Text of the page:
Geo-strategic interests between India and Vietnam are markedly converging. Both share similar concerns about maritime security and Chinese muscle flexing. Not only has India offered substantial support to Vietnam’s navy and air force but political-diplomatic support for Vietnam’s South China Sea policy. Both India and Vietnam will benefit from the development of Vietnam’s offshore hydrocarbon resources. India is seeking new markets while Vietnam wants to enhance its economic heft. Indian strategists have long called for stepping up relations with Vietnam to exert pressures on China as a response to China’s quasi-alliance with Pakistan and the pressures this brings on India. More recently, Indian strategists have called for stepping up relations with Vietnam as a response to Chinese in-roads in the Indian Ocean region especially with Sri Lanka. Deeper development partnerships between India and Vietnam are proving to be rewarding for both in spite of the causes for mutual concern such as China’s growing investments in the vicinity of both nations and the tensions in the South China Sea.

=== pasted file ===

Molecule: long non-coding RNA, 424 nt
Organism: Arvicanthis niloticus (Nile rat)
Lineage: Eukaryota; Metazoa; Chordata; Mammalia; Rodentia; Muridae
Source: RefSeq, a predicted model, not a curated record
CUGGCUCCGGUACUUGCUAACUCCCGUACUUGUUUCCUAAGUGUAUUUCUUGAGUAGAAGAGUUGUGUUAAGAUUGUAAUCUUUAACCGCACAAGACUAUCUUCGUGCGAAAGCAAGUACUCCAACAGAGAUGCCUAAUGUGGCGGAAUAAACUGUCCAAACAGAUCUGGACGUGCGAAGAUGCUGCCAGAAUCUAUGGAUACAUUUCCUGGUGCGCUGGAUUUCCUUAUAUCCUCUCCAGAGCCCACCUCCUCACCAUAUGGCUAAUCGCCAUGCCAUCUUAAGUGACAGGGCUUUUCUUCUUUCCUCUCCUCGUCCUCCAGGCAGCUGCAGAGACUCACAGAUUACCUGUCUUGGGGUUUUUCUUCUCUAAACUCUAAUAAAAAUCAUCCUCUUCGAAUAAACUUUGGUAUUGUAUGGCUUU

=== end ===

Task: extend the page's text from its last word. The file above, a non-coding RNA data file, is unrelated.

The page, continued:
India’s bilateral trade relations with Vietnam are marked by growing economic and commercial engagement.  Bilateral trade between India and Vietnam reached US$ 9308 million in 2014, up from US$ 208.9 million in 2000 (Table 2). Although bilateral trade has been growing at a fast rate, Vietnam’s share in India’s total trade stands at a meagre 1.2 percent in 2014. In exports, Vietnam’s share in India’s total exports stands at a meagre 2 percent and in imports it is only 0.6 percent. The two sides have set a target of US$ 15 billion for bilateral trade by 2020. Vietnam ratified the India-ASEAN FTA in goods with effect from June 1, 2010. The proposed agreement on trade in services and investment, which will enter into force later this year, is likely to impart further boost to bilateral trade and economic relations.